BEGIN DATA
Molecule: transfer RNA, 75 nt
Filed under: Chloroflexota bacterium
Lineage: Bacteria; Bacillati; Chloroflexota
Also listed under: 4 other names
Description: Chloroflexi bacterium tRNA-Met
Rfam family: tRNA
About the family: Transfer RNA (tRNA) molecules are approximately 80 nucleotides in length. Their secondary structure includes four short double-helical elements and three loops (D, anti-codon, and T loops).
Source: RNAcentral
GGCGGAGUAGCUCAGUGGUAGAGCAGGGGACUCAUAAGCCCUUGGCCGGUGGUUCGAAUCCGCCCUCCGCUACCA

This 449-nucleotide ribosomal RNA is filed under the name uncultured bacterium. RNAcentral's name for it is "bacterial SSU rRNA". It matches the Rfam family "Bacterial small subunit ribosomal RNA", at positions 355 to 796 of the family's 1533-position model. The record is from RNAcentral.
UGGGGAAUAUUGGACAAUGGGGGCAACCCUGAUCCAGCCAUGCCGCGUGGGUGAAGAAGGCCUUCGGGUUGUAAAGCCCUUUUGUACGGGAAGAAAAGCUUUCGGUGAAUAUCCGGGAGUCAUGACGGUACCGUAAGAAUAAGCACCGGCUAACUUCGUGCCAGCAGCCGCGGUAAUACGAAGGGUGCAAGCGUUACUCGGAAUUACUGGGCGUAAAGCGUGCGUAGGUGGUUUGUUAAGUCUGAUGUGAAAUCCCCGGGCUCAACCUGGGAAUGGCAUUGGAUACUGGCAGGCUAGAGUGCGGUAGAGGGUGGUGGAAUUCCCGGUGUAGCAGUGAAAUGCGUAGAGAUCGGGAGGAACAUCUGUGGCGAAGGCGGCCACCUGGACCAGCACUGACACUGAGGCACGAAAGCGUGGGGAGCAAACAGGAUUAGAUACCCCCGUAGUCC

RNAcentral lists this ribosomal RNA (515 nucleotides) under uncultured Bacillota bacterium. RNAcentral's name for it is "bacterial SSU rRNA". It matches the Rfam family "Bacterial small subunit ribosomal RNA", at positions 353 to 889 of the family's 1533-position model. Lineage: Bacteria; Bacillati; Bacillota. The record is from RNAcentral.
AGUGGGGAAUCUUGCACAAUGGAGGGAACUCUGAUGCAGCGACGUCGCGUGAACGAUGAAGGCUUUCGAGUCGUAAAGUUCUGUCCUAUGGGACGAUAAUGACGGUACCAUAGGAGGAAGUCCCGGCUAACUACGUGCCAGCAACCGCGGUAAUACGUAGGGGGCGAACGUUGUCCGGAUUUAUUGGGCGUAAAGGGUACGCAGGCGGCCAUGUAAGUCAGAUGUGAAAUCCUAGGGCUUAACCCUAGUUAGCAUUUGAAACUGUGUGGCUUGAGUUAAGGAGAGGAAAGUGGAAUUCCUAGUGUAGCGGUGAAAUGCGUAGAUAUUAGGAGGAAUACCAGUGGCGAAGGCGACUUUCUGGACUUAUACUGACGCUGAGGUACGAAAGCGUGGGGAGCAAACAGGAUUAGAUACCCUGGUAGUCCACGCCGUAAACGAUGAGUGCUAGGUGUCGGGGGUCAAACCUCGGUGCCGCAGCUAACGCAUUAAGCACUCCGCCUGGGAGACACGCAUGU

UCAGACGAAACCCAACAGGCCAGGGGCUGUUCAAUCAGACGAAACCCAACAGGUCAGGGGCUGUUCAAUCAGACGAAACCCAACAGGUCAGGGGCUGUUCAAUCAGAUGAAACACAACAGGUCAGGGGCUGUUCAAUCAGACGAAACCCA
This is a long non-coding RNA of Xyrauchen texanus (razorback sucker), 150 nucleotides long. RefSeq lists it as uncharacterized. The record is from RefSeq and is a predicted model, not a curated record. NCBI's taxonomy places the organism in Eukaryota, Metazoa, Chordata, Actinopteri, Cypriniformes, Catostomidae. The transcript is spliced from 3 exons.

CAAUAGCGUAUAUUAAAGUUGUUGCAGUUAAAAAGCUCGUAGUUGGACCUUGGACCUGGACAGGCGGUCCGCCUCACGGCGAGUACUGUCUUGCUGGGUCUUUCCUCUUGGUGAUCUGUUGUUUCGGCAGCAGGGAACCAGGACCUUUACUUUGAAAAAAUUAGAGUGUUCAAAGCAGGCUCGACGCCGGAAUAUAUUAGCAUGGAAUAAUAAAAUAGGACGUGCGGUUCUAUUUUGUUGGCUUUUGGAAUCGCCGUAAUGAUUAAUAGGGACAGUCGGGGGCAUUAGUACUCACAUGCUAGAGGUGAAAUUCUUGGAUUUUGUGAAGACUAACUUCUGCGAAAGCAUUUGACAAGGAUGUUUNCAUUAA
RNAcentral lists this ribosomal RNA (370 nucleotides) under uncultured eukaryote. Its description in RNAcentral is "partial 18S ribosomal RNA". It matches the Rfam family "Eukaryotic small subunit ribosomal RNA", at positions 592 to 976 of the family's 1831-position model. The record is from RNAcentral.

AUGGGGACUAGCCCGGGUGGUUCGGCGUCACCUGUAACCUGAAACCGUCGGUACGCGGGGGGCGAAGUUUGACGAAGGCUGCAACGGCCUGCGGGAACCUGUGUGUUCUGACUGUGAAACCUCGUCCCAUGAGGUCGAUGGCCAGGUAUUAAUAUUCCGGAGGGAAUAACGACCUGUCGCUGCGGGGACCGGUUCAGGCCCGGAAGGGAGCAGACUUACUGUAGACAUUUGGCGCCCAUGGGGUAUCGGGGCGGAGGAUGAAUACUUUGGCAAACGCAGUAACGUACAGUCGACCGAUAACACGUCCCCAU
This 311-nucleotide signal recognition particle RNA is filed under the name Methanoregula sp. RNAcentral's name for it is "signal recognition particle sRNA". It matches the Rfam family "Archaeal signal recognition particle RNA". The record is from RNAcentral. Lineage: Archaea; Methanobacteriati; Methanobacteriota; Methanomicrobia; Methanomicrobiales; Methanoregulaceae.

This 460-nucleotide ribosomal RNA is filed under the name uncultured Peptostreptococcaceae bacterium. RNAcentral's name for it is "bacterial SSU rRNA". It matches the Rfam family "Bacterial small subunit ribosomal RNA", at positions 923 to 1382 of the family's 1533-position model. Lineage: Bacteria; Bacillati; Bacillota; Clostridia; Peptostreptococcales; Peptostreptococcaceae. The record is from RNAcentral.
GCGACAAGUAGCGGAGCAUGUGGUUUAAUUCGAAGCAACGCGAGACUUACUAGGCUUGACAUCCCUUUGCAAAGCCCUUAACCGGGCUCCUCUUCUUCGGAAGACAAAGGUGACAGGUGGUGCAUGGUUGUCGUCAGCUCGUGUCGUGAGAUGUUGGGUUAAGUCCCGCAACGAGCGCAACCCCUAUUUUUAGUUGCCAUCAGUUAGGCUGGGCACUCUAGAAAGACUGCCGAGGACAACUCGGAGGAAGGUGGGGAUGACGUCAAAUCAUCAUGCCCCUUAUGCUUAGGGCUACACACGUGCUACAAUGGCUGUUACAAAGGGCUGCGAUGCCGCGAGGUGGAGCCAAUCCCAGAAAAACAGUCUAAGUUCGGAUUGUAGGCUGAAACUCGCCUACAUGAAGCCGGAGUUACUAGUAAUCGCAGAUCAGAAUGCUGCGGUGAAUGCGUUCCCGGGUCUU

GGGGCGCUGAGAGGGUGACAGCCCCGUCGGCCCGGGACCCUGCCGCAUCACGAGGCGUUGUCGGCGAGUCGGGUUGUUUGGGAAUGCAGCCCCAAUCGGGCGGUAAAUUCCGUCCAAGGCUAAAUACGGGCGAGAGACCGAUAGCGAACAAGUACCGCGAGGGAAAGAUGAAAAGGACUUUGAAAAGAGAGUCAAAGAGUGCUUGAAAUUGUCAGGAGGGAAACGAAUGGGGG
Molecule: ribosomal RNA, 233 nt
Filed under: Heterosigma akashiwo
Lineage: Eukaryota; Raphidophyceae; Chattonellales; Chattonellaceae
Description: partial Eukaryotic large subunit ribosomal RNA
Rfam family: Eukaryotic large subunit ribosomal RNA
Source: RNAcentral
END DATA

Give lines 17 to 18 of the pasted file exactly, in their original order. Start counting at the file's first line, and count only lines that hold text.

RNAcentral lists this ribosomal RNA (370 nucleotides) under uncultured eukaryote. Its description in RNAcentral is "partial 18S ribosomal RNA". It matches the Rfam family "Eukaryotic small subunit ribosomal RNA", at positions 592 to 976 of the family's 1831-position model. The record is from RNAcentral.

AUGGGGACUAGCCCGGGUGGUUCGGCGUCACCUGUAACCUGAAACCGUCGGUACGCGGGGGGCGAAGUUUGACGAAGGCUGCAACGGCCUGCGGGAACCUGUGUGUUCUGACUGUGAAACCUCGUCCCAUGAGGUCGAUGGCCAGGUAUUAAUAUUCCGGAGGGAAUAACGACCUGUCGCUGCGGGGACCGGUUCAGGCCCGGAAGGGAGCAGACUUACUGUAGACAUUUGGCGCCCAUGGGGUAUCGGGGCGGAGGAUGAAUACUUUGGCAAACGCAGUAACGUACAGUCGACCGAUAACACGUCCCCAU